“I never got over being in awe of my surroundings. Each morning when I entered
the building, I mentally pinched myself to make sure I wasn’t dreaming. Here was I,
a little country girl who’d never even had a journalism course, and I was an
editor. And an editor at not just any newspaper, but an editor at the Detroit Free Press,
which in my mind, was second only to the New York Times.
Each morning when I entered the Free Press Building, I felt that I was one of the
luckiest people in the world… When the giant presses rolled with the early edition, and
the building reverberated with their juggernaut momentum, the heartbeat was like the
heartbeat of the entire planet. I felt part of that heartbeat. And no words could fully convey the depth of that feeling.”
So wrote Javan Kienzle about her job at the Detroit Free Press, where
she edited the weekly TV book, and wrote book reviews. Kienzle, 82, died
on Wednesday, September 30 in Plymouth, Mich., after a 29-month battle with breast cancer.
Born in 1933, Kienzle grew up on a small farm in central New
Jersey. Upon graduation from high school, she worked at a research company
in Princeton, then at a detective agency in Trenton, and then for the
state’s attorney general at his private law firm in Red Bank.
In 1953, she married a Korean War veteran who was then stationed at
Ft. Monmouth. In 1956, they and their year-old son moved to Detroit, her
husband’s hometown. In Detroit, she worked at various law firms, including
Sullivan, Eames & Moody, and as a Kelly Girl. Later, she became a travel agent, and then, in 1968, went to work at the Free Press.
She had applied for a secretarial position, but her tests were so good that
she was made a copy editor; she was later told that she was the paper’s first
full-time female copy editor. She and Paul Andrews divorced in 1971; he died in 2004.
In 1974, in Minneapolis, she married William X. Kienzle, a former
Detroit priest who had been editor of the Michigan Catholic and later
became a mystery novelist. They both worked on the staff of MPLS., the
magazine of the Twin Cities. They later moved to Kalamazoo, Mich., where
she opened a small bookstore and antique shop, and then to Dallas, where
Bill Kienzle headed the Center for Western Contemplative Studies at the University of Dallas.
They returned to Detroit in 1979, when her husband’s first mystery, The
Rosary Murders, was published. For 25 years, she was Bill Kienzle’s “livein”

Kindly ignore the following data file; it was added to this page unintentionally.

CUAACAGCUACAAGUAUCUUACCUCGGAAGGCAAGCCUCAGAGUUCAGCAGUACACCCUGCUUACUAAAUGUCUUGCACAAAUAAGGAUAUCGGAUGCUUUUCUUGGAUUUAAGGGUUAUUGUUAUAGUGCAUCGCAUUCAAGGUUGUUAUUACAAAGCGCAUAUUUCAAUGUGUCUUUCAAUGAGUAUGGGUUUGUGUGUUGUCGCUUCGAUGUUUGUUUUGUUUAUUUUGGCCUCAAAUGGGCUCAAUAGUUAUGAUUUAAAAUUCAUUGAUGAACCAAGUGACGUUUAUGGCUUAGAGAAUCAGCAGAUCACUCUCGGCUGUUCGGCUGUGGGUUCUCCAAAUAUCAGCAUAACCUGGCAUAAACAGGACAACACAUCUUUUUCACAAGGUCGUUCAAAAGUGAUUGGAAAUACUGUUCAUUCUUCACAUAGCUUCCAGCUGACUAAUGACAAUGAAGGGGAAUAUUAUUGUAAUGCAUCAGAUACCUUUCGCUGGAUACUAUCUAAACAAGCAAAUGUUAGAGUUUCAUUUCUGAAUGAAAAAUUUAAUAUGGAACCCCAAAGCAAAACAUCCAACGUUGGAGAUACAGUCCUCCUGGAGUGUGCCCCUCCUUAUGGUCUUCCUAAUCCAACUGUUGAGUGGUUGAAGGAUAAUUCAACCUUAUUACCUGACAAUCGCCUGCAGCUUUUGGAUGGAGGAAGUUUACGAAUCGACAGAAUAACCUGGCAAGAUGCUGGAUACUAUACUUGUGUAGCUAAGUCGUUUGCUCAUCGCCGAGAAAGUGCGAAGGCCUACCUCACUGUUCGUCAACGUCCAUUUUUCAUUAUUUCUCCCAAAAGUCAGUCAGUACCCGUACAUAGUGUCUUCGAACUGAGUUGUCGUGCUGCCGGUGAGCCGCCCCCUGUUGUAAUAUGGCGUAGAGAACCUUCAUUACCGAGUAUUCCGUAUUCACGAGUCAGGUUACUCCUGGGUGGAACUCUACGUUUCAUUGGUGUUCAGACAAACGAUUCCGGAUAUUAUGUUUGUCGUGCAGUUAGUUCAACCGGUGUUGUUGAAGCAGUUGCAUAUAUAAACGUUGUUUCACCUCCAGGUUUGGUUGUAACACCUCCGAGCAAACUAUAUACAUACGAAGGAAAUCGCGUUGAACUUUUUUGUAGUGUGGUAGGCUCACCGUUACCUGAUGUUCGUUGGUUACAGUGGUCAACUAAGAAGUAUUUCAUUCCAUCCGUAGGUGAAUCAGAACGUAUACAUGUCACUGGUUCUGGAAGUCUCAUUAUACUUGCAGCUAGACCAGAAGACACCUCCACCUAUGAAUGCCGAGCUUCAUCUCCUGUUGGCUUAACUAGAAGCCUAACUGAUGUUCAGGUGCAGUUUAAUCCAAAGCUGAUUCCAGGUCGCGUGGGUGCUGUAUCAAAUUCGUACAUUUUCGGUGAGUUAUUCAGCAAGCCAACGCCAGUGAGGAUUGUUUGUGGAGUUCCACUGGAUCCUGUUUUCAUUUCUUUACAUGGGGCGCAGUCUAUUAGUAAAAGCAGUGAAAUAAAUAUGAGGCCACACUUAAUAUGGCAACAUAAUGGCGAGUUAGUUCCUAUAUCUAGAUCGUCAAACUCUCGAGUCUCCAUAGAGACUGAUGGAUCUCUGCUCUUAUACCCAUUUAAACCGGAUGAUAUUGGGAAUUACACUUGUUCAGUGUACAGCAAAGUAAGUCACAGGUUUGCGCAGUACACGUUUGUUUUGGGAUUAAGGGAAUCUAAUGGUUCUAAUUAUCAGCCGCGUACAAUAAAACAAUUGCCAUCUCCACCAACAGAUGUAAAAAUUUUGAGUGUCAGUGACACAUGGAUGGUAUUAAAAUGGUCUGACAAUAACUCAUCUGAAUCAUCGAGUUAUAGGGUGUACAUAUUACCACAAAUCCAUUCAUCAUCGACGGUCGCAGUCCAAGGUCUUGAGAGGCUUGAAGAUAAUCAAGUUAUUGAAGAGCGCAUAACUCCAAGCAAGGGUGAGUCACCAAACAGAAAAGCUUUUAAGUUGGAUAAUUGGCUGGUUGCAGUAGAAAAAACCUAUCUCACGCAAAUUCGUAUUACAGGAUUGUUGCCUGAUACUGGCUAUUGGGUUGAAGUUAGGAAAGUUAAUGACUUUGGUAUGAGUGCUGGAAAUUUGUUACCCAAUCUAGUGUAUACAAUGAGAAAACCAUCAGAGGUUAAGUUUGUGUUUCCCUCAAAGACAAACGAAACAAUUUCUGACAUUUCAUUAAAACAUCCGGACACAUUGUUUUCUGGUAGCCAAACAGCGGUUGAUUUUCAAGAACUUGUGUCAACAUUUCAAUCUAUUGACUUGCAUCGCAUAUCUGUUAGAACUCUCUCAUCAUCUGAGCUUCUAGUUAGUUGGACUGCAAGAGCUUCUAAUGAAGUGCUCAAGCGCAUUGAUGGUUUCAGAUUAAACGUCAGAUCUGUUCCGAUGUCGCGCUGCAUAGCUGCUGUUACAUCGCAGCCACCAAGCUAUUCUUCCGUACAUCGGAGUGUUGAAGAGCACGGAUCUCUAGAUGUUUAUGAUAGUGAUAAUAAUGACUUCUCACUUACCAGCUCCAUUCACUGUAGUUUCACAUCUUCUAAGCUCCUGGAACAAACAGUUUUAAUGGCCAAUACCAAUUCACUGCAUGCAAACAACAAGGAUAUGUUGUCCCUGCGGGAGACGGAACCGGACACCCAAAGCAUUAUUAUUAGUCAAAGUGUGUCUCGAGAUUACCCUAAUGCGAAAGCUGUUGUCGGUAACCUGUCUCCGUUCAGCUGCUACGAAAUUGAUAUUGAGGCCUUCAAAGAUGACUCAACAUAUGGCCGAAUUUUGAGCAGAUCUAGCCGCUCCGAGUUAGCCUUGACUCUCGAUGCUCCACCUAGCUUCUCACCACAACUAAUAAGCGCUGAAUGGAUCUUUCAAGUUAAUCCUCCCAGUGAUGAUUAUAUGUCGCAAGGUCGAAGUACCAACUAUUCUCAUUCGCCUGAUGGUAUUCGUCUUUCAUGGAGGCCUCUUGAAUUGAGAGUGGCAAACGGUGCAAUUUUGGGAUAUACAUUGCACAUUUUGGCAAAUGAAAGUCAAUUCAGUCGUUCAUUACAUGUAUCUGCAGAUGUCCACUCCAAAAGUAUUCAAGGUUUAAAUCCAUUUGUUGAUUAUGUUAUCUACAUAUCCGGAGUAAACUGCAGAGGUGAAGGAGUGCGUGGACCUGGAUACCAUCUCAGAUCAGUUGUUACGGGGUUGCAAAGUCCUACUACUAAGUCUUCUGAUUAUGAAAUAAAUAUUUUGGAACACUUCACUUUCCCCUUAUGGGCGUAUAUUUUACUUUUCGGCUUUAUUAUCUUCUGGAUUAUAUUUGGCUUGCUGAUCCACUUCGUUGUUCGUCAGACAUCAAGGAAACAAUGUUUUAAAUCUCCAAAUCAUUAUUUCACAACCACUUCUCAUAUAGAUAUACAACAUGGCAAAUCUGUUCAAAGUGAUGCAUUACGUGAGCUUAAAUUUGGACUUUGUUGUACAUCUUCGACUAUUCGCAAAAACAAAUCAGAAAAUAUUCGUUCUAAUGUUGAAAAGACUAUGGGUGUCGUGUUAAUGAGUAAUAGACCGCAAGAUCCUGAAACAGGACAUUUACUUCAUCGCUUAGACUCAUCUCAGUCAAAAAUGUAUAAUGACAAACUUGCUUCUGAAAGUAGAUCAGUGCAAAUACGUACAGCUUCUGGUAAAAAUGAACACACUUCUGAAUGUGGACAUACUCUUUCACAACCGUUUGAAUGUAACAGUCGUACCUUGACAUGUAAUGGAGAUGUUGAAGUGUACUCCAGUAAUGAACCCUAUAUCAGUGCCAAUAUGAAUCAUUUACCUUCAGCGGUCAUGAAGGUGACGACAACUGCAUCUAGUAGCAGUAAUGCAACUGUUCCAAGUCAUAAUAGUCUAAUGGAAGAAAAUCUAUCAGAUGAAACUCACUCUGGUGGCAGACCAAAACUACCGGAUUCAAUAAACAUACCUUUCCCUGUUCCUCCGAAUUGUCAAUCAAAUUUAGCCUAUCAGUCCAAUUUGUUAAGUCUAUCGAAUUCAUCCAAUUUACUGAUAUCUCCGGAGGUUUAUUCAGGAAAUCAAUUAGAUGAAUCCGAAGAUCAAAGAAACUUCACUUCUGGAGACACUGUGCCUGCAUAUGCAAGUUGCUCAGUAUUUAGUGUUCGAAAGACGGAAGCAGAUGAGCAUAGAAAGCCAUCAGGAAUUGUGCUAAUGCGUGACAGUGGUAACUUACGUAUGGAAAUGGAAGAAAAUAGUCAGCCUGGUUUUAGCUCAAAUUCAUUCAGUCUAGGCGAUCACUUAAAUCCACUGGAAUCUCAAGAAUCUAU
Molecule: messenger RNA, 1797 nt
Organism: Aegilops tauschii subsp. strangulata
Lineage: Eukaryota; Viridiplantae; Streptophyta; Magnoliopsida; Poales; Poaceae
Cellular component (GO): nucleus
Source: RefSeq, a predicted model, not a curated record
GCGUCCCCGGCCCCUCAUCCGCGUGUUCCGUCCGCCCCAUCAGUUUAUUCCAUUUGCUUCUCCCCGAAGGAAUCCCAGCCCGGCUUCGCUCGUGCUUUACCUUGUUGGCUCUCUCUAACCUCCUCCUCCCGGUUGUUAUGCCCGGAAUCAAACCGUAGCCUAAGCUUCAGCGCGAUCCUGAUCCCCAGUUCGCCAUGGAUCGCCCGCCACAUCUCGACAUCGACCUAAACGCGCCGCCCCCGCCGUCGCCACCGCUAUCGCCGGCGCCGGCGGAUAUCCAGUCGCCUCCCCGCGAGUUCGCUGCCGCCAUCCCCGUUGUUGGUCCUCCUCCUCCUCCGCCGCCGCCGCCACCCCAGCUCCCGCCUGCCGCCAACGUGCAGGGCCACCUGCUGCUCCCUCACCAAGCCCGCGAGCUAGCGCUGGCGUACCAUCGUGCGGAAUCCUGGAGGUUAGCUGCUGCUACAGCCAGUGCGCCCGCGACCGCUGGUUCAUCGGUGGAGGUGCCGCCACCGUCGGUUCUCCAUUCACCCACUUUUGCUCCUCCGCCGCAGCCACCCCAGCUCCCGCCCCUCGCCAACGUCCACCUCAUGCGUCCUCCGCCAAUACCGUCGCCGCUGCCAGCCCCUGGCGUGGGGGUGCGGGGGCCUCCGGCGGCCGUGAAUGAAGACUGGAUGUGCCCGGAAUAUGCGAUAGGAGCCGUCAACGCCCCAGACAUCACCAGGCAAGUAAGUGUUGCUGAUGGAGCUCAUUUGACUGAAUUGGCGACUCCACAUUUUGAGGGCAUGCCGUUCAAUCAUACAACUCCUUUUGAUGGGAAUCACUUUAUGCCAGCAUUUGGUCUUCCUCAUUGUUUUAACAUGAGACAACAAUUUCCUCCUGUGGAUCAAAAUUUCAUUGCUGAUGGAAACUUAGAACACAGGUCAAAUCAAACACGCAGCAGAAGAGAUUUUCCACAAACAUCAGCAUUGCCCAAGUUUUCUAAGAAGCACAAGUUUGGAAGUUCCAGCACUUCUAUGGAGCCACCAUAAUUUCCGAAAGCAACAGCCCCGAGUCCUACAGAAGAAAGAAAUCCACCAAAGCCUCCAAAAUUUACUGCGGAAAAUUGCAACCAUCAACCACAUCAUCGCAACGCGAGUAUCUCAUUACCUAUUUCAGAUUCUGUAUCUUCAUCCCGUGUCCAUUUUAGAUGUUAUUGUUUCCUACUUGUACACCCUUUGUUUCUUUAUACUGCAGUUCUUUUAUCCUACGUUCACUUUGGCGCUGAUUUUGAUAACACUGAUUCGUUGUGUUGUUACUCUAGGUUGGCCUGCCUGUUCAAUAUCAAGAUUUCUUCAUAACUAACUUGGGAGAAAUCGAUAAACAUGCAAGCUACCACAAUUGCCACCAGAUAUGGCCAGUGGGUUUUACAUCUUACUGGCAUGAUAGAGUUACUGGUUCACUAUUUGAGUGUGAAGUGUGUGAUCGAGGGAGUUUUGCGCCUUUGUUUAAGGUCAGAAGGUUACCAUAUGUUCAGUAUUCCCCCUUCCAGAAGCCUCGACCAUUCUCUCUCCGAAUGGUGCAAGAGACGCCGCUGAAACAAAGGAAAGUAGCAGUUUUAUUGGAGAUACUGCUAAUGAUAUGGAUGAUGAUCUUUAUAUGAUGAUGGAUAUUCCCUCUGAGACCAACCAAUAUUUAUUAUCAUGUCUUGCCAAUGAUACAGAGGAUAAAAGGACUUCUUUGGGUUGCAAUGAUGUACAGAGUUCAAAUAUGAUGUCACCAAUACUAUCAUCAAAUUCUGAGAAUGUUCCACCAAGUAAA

editor for the 24 novels he wrote. Several events in the mysteries were
based on actual events at the Free Press – events that Javan had told her
husband about over the years. Several characters in the books were based
on or were composites of real Free Press or Detroit News staffers.
Those who knew Bill and Javan Kienzle never ceased to marvel at the
depth of their love for each other. After Bill Kienzle’s death in 2001, Javan
wrote his biography (Judged By Love, published in 2004). A blurb by Free
Press publisher Neal Shine on the book jacket reads: “A love story for all of
us.” All Bill’s books were dedicated to his wife – some under her pen name.
(Readers who didn’t realize that Fiona Lowther was Javan’s pen name, frequently
asked whether Fiona was a nun friend of Bill’s.)
In 2003, Javan Kienzle returned to the Free Press after an absence of 29
years, as a copy editor and interviewer on the Community Free
Press. Later, she was a copy editor for the Features Department, and occasionally
in the newsroom; for some time she was also editor of the Sunday
book page, as well as writing feature items.She was part of the 2009 layoffs, returning as a copy editor for four
months during the 2010 football season. Since then she has done copy editing
for several books, as well as writing an occasional magazine article and lots of Letters to the Editor.
In addition to her son, Mike Andrews of California, survivors include
her sister, Judith Weiss, of Hightstown; nephews, Jon and Dan Weiss,
respectively of Columbus, Ohio, and Osprey Fla.; and numerous cousins scattered about the country.
A Memorial Mass will be held on Saturday, October 10 at 10:30 a.m. at
Resurrection Catholic Church, 48755 Warren Rd, Canton, MI 48187.
Following cremation, interment will take place at Pine Lake Cemetery,
alongside her husband William Kienzle. The inscription on the Kienzle
tombstone is “Eternity is not long enough” – from the words Bill Kienzle
frequently wrote to his wife: “Eternity is not long enough for us to love.”
Memorials may be made to the Michigan Humane Society or Hillsdale
College in the name of Javan Kienzle.